Malaysian plane search revives Sri Lankan tycoon’s missing jet mystery

As authorities move westward towards the Strait of Malacca in search of missing Malaysian Airlines Boeing 777 carrying 239 persons, it revives memories of the extensive and unsuccessful search carried out by seven countries in the same area for a Learjet carrying Sri Lankan business tycoon Upali Wijewardene and five others in 1983.

The richest man in Sri Lanka and his Learjet 35A simply disappeared on February 13, 1983. The $3.6 million Learjet bound for Colombo took off from Kaula Lampur at 8:41 pm carrying Sri Lankan billionaire Upali Wijewardene, his Malaysian lawyer S.M. Ratnam, Upali Group Director Ananda Peli Muhandiram, pilot Capt. Noel Anandappa, co-pilot Sydney Soysa and steward S. Senenakye.
Eleven minutes later, the pilot Aanandappa requested and received permission to climb 8,230 meters (27,000 feet). Malaysian radar reported Upali’s jet cruising at 744km/h over the Indian Ocean, Kinght-Ridder Newspapers reported.

At 9:02 pm the aircraft suddenly shattered the speed of sound, traveled at 1,352 km/h before it lost all radar and radio communication.
Strait of Malacca mapping the two incidents.
Strait of Malacca mapping the two incidents.
Meanwhile, fishermen in the tiny Indonesian village of Tanjung Beringin were on an evening catch when the dark moonless night was lit by a red light. It didn’t sound like a plane. It appeared to be on fire and dipped and crashed into the water. The loud explosion rocked the sea. Huge waves rocked the fishing boats, fishermen told John Fernandez of the New Straits Times newspaper in 1983.

They decided to stay away from the crash site located one mile away from their wooden outriggers. The following morning, fishermen who ventured to the scene discovered packet of bread near the crash site. They also found a piece that looked like the wing of a plane and part of a door. There was blood on it. The fishermen tried to carry the wing on their boats but it was too big and heavy. One of them cut his hand trying to lift it, the report added.

What happened later would cement the Learjet’s fate as a mystery. It took four days for the fishermen’s news to reach authorities, and to add to the confusion, a spare wheel from the Learjet was found 100 km away from the fishing village.
But the fisherman insisted the wheel was brought down by strong currents. “The sea here may look very calm but don’t be fooled. It had strong undercurrents,” one fisherman told Fernandez.

Six months of intensive investigation by teams of specially trained detectives from three countries, aided by military assets from seven countries; an American Orion spy plane, air units from Sri Lanka, India, Soviet Union, Australian warships, Indonesian mine sweepers and Malaysian patrol boats yielded no results.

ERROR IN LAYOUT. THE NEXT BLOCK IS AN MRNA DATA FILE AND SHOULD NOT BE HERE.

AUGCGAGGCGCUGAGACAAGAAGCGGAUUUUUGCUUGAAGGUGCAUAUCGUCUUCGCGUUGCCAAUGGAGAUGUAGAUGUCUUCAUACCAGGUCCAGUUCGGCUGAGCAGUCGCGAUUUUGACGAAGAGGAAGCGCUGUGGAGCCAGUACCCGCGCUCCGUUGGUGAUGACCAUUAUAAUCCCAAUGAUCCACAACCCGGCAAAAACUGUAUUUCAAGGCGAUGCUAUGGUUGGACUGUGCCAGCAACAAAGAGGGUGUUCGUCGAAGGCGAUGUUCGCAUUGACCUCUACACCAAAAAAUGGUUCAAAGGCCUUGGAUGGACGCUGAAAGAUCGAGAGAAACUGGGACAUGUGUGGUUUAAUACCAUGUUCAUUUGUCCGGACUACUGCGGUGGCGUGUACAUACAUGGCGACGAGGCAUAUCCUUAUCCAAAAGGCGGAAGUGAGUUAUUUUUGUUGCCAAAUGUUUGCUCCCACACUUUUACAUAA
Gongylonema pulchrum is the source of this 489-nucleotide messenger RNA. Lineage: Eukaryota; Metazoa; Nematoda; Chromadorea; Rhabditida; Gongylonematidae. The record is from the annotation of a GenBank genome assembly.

The only other items found was blood stained fibreglass, and man’s gold ring believed to be Upali’s found in the bowels of a fish, items discovered by fishermen who witnessed the red flash in the night on that fateful day.

Major Sugiarto of the Indonesian Air Force said the search team “did our best”.
“We had to cover some 200 miles, not just the sea but mountains, unpopulated areas of Sumatra.” He also added the information received from fishermen was sketchy and too late.

American Orion Spy plane was among military assets from seven countries used in the search for Upali's jet.

Meanwhile the chief Sri Lankan investigator refused to claim Upali was dead.
“How can I say that the man is dead? He may be on some island even now. He may be hidden away on the mainland. Without some positive evidence, all we can say is that it is very likely he met with some disaster,” he told Kinght-Ridder.

Reports said Upali’s cousin President JR Jayawardene appointed him to key government post.  Prime Minister Ranasinghe Premadasa during confirmation hearings for the post shook a threatening finger at Upali.

“I curse that man,” he shouted in Parliament. “And nothing good has ever come to any I’ve coursed.”
Upali was born into a wealthy family and was a millionaire by age 26.  When he opened a small chocolate factory named ‘Kandos’ it captured the Sri Lankan market, expanded and thrived in Singapore and Malaysia

Profits were invested real estate- coconut plantations, tea and rubber estates, vast agricultural acreage—throughout Southeast Asia. He boasted almost constantly about his talent for finding legal loopholes – what he called “sailing close to the law,” according to Kinght-Ridder.
Upali’s business associates said he was so secretive about his operation that only one assistant knew the true intricacies of its inner workings, and he, too, was on board the Lear jet that night, the report added.

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